Now, looking at both male and female characteristics, it is easy to see how one gender (male) might come across as more domineering than the other (female).
Dogs thrive off both direction and pampering, but they are also pack animals. And in a pack, there is the leader, the one who protects the pack, and then there are the ones that follow.
This is the case in many dog and human relationships as well—one who leads, one who follows.
Although pack behavior is not exclusively reliant on gender, there are some characteristics within each sex that elicit protective responses from a dog.
Given that females are usually the caretakers of feeding, grooming, and, yes, spoiling, dogs are more susceptible to take on the “leader” persona, which does generate protective behavior.
Dogs who possess more dominant qualities often portray protective behavior through guarding, which shows any outward threat that they are the pack leader.
On the other hand, a male owner’s “dominant” characteristics may also produce protective behavior in a dog.
If the male owner is the “leader,” then the dog is likely to follow its owner’s lead. This creates a protectiveness in the dog, as it is part of the owner’s pack.
Dogs who possess fewer dominant qualities often portray protective behavior through eye contact, which is not as blatant as guarding, but it still shows any threat to watch out.
Does the Gender or Breed of the Dog Matter?
Just like it is highly unlikely that dogs are more protective of female owners versus male owners, it is unlikely that the gender of the dog will make a significant difference as well.
However, if you are looking for a dog more prone to protective behavior, it might be a good idea to compare the differences between intact and “fixed” dogs and the various breeds so you end up with the right fit for you.
Has the dog been neutered or spayed?
When dogs reach maturity, specific hormones increase to prepare them for mating. So, whether a dog is “fixed” or not can make a difference in their overall disposition.
Dogs who have been neutered or spayed tend to be calmer and less high-strung than those who have not.
This is likely because the instinct to mate has been removed.
Since neutered and spayed dogs are generally more even-tempered, any protective behavior they have is less liable to gravitate towards aggressive or possessive protective behavior.
Discuss the pros and cons of sterilizing your canine companion with your local veterinarian.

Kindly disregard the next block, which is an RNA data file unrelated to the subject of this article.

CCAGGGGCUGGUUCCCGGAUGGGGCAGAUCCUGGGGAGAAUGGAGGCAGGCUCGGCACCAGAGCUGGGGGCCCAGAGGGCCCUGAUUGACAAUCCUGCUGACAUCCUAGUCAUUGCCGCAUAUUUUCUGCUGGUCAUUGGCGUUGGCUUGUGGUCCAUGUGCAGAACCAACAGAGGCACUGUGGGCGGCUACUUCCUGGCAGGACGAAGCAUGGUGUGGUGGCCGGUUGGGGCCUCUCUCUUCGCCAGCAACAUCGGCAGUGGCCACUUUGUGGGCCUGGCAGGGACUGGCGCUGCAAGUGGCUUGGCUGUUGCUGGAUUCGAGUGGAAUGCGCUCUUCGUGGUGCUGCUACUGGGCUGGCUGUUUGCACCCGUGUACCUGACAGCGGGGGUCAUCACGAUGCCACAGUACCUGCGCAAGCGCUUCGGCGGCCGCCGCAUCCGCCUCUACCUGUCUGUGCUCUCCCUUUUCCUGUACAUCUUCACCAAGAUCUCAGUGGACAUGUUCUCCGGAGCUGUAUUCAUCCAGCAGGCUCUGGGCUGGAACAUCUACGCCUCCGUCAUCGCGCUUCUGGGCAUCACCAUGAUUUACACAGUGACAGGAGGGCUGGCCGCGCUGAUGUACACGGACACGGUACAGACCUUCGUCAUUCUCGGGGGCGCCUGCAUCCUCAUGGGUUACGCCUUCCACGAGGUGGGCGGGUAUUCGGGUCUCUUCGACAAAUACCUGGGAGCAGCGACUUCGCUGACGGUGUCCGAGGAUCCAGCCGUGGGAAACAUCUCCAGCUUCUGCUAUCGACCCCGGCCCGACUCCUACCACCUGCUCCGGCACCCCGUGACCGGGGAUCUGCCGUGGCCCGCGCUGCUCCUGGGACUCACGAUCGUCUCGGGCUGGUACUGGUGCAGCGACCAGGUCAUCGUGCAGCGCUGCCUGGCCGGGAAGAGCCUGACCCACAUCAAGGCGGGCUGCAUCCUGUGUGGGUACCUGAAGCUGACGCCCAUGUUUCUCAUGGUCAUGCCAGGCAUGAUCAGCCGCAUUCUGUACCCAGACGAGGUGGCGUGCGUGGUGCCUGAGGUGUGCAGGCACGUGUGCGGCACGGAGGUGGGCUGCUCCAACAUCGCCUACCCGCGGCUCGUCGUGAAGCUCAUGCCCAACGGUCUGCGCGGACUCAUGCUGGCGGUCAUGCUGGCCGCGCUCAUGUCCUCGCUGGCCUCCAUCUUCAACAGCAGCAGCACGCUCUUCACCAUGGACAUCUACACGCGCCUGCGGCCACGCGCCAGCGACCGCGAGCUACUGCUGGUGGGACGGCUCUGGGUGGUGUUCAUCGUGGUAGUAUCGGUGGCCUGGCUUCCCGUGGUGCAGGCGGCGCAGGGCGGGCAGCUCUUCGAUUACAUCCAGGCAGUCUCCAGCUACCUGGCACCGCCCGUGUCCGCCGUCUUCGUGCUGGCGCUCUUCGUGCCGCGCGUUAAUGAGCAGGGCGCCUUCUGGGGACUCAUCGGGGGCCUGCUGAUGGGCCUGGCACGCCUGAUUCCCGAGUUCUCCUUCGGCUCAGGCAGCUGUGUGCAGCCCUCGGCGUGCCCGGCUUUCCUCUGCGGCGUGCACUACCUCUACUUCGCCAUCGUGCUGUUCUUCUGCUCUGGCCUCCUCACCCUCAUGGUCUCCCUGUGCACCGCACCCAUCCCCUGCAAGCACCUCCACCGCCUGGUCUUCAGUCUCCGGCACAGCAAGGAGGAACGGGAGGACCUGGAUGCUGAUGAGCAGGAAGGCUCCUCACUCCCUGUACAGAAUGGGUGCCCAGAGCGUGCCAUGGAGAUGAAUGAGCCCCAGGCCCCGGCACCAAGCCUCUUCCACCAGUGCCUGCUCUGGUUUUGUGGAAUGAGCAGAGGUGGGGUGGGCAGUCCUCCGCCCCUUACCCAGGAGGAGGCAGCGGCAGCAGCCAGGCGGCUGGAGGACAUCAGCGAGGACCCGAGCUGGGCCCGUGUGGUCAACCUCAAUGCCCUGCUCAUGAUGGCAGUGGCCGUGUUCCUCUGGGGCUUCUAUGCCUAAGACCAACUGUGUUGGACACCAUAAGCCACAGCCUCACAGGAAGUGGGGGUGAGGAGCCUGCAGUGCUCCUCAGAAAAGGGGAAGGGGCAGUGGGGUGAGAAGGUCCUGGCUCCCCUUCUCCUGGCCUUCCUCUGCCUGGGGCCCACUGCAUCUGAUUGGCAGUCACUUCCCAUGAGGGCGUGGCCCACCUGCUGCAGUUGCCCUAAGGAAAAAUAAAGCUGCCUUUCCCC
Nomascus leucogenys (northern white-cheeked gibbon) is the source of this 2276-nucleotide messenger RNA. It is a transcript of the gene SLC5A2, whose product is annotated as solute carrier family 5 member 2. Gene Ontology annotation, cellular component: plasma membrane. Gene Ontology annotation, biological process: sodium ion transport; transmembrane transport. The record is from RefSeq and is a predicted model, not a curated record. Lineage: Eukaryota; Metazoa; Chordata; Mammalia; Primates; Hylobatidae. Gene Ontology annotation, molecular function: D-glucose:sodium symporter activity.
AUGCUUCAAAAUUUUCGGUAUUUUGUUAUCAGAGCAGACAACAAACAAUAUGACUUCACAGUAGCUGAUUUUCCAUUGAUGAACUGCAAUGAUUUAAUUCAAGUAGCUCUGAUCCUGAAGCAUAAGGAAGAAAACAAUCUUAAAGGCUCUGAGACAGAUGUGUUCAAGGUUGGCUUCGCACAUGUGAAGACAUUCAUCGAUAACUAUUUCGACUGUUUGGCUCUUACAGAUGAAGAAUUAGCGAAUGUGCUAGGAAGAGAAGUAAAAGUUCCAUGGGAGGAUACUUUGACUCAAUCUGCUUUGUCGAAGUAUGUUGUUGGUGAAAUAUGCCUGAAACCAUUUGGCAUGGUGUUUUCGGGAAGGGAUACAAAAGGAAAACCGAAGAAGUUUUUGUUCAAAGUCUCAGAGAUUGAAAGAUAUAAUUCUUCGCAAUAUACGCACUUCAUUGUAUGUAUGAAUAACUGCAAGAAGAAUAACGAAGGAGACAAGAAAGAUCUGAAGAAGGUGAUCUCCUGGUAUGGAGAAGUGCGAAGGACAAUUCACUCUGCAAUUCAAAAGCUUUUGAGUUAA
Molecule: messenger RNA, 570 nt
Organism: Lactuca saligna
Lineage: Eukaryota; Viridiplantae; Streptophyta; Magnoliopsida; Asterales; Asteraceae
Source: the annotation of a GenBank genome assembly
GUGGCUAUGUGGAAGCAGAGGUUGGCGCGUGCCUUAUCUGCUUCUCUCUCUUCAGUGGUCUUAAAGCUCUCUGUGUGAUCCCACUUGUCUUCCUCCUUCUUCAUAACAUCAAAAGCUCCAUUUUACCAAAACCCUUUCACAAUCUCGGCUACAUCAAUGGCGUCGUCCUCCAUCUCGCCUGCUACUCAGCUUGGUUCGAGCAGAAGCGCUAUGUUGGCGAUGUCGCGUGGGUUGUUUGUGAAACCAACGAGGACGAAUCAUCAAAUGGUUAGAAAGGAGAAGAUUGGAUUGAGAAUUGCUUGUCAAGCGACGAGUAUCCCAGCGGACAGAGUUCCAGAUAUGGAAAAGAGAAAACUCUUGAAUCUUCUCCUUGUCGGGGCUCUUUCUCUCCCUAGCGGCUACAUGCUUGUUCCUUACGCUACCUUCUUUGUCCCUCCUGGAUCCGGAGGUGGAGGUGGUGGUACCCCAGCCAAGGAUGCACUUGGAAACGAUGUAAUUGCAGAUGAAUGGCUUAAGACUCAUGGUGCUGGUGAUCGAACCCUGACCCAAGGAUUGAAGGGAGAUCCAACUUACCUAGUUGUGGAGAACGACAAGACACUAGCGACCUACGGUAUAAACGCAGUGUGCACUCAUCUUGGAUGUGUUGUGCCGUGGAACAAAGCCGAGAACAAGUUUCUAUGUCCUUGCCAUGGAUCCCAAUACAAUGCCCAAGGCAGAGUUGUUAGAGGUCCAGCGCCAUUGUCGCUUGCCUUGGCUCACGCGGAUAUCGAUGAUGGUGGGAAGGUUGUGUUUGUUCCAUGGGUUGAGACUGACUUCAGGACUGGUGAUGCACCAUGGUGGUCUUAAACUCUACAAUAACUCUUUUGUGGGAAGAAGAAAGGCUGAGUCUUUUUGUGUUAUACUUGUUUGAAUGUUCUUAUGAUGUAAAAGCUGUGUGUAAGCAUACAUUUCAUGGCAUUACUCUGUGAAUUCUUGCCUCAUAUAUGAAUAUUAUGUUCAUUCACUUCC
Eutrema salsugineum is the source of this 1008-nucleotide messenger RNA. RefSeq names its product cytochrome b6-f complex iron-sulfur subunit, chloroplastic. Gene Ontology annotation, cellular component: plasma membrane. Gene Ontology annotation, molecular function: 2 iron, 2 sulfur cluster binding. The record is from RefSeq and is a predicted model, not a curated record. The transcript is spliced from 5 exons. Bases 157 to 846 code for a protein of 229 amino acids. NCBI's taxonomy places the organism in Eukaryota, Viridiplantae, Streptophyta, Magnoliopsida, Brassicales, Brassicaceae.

The breed of a dog plays a large factor in its protective tendencies.
Dogs like German Shepherds, Dobermann Pinschers, and Rottweilers are frequently used for protection, be that police force, security, or even just a family guard dog.
Their temperaments are more inclined to safeguard rather than accept anyone who walks by.
Then there are more family-oriented dogs that are commonly used as companions rather than protectors. These dogs often include Golden Retrievers, Labradors, Boston Terriers, Pugs, or Beagles. Their dispositions tend to be more even-tempered, making them more apt to get along with other animals and new adults or kids.
It is important to remember every dog is different in its behavior, and the characteristics discussed above are general to each breed and not specific to dogs as individuals.
When looking at a dog’s protective tendencies towards gender, it is best to understand its background, particularly for adopted dogs as opposed to pups who have only been with one owner or family.
Factors that might influence a dog’s behavior towards a specific gender could be related to an abusive past.
A dog is likely to be wary of the same gender as its abuser, thus making it more inclined to be protective of the opposite gender.
If you have an adopted dog that comes from a good background, consider the gender of its previous owner.
Often, dogs will be more comfortable around things, or in this case, the gender it is most familiar with.
While it is recognized that most dogs are more comfortable with the characteristics of a female owner, it does not lead them to be more protective of females over males.
No one dog is the same, and neither are its owners when it comes down to it.
Factors regarding a dog’s protectiveness largely have to do with training and specific triggers. Still, it is highly unlikely that the gender of the owner will make a difference in generating protective behavior.